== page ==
Monday, February 11, 2008

Spin: the true dark side of politics

Let's just get one thing out of the way. There is no real truth in politics.

This is not because of a cynical presumption that politics are all about power, but because the truth is complex and not possible to be presented in one statement. In many other cases, the whole truth isn't or cannot be disclosed, like when a doctor doesn't explain all the complicated tests a patient is going to undergo. Not only is it unnecessary as such, it can provoke unnecessary anxiety about tests he doesn't fully understand. Of course, this information is not hidden, and can be accessed upon simple request.

However, "spin" is the premeditated act of distorting a fact or statement to not only serve one's own purpose, but to present it like it *is* the truth. This is something I loathe on a fierce and personal level. While I'm sure that all politicians indulge on this sin, the continued use of it greatly discredits one's sincerity.

On many occasions, Sen. Hillary Clinton's campaign has been spotted on employing these tactics. It started when they pulled the race card, something Sen. Obama never did. He always perceived himself as a politician who happened to be black. Then Bill Clinton accused the Obama campaign to spin the media against them, an accusation without base. In Florida and Michigan, they claimed victory in events that weren't contests. Throughout the campaign, Clinton's campaign downplayed losses (or plainly ignored them). And finally, today, Mark Penn, senior strategist on the Clinton campaign, dismissed all polls showing Obama's lead in general election projections (link to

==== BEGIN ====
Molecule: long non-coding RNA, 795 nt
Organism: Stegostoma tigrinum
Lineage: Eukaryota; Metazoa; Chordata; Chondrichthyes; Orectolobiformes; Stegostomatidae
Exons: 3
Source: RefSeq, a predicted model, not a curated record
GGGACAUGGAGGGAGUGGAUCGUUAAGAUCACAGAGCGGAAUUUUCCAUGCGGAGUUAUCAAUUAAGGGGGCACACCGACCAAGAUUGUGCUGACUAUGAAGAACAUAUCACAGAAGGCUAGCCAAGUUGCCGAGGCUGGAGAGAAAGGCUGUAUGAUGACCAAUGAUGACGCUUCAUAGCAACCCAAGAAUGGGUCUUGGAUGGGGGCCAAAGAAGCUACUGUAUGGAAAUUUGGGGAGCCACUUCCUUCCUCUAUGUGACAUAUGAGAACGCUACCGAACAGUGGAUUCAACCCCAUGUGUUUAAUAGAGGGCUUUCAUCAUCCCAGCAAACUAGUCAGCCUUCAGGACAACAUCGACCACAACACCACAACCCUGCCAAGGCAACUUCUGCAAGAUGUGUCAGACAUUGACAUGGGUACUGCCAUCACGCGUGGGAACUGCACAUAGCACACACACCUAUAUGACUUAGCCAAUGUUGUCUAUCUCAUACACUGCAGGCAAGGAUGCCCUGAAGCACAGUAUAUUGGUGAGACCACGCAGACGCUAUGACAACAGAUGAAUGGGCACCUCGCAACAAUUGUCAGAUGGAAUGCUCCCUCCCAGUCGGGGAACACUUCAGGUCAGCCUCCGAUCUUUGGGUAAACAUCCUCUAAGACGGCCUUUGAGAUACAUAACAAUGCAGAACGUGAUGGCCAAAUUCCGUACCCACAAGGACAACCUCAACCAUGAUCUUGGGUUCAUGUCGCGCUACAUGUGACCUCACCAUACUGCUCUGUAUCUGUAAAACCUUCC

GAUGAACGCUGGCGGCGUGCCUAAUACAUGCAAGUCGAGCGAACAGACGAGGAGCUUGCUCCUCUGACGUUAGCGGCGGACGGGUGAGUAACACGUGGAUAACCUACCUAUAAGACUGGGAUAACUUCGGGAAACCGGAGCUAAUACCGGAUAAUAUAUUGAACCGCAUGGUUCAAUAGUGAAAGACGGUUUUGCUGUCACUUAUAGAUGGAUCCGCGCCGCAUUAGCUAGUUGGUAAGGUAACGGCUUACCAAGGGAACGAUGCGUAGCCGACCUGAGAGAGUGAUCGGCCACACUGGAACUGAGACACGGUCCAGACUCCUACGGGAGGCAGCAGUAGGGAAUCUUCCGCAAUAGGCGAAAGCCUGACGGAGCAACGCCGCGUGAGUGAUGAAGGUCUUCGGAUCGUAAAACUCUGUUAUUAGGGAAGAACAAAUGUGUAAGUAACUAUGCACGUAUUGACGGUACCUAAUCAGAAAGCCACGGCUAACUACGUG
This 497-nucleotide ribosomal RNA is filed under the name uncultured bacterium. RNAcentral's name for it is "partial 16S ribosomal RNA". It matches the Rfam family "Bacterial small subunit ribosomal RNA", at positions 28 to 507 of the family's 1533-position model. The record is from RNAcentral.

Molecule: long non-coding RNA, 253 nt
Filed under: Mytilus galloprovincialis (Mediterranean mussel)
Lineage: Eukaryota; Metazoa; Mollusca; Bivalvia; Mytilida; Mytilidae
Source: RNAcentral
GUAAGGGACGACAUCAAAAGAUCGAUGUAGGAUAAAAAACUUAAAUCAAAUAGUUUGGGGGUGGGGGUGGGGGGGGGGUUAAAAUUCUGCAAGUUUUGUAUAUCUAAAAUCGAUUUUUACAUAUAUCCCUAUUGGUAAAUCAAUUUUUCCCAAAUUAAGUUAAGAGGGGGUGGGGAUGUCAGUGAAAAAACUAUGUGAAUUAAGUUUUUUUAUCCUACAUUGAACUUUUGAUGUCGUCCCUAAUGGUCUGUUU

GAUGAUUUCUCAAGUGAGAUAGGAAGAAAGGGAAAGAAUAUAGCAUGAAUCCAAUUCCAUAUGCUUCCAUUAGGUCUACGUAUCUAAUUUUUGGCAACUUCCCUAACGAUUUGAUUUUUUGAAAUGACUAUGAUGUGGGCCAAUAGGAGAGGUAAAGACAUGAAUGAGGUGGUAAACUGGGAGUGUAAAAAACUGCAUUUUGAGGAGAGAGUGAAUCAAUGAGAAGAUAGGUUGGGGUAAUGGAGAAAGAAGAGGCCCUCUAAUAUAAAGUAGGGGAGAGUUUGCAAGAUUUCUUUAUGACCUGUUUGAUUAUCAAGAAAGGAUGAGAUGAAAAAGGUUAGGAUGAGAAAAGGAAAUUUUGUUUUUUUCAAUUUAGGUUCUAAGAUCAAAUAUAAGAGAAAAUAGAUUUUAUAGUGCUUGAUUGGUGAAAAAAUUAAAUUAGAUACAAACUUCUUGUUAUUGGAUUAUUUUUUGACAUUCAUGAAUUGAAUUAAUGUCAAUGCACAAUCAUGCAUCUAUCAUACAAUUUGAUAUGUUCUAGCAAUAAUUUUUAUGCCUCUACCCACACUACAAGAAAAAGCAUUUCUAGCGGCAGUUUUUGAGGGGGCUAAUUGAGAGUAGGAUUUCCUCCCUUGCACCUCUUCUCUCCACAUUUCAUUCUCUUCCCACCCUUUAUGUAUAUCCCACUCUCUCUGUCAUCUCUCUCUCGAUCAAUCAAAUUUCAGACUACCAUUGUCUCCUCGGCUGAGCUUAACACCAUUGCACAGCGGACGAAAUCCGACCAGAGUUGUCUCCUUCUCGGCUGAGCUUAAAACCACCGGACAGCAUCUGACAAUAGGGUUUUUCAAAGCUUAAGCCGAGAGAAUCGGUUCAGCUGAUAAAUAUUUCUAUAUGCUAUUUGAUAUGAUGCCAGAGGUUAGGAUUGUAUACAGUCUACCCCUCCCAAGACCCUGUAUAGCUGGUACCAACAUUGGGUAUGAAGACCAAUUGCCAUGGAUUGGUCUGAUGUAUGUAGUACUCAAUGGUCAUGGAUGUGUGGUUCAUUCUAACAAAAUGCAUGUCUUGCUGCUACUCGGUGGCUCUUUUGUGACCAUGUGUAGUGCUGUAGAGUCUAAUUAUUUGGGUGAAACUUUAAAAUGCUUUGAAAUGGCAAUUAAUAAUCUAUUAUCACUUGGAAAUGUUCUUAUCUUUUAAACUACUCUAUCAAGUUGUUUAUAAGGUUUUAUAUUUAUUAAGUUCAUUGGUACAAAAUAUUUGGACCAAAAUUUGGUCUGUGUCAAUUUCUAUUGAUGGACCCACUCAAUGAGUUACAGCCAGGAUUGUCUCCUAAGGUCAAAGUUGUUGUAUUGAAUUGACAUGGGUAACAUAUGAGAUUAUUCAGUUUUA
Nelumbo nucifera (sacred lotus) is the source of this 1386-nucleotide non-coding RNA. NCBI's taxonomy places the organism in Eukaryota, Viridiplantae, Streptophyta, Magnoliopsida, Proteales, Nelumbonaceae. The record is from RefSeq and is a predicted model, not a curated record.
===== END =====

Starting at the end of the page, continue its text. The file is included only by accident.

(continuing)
**Update** The abovementioned post of Mr. Penn has been edited. He now takes on Sen. Obama by citing specifics. Reference to the polls is now a lot more factual, and presented with a more fair counterargument.

While any campaign has the right to vigorously support their candidate, the continued denial and distortion of certain facts seems to have become customary to the Clinton campaign. Spin symbolizes a campaign that is constantly "adapting" to the political opportunities. While offering resilience in the face of changing circumstances, it reveals one's ultimate goal: that of winning at all costs.

When you compare this to Sen. Obama's campaign, spin is much less prevalent. Yes, Obama's campaign is very keen on stressing they have won the most states, ignoring the importance of the big states, and the fonts of Sen. Clinton's delegates is a bit lighter and thus less legible than Sen. Obama's in his delegate chart. But at least he did put Clinton's delegates up. If you note, for example, his New Hampshire speech (Youtube link), after conceding a frankly blistering and upsetting loss, he was graceful in defeat, and instead of denying his loss, he thanked the ones who did support him and rallied them for the contests ahead in undeniably one of the best speeches in US political history.

An argument might be because of Hillary Clinton's longer run in DC, she has become more seasoned in political strategy. But this argument simply doesn't fly if you note that her husband used similar tactics when he was an upstart back in 1992.

A final protest against spin is that it leads to disappointment. Not only to those whom it discredits, but also to whom it favors. Both parties know spin is unfair. It arouses that gutwrenching feeling, associated with deceit, injustice, and theft. And after the theft of the 2000 election, I'm just sick of these political power games that constantly mar honest intentions. Intentions that don't waver and change in the need of the hour. Let's go back to January 16, 2007. Far before the onslaught of these primary elections, before the bitter rivalries, before the spin.

Over one year later, Obama's message stands solid as a rock. No spin attached.

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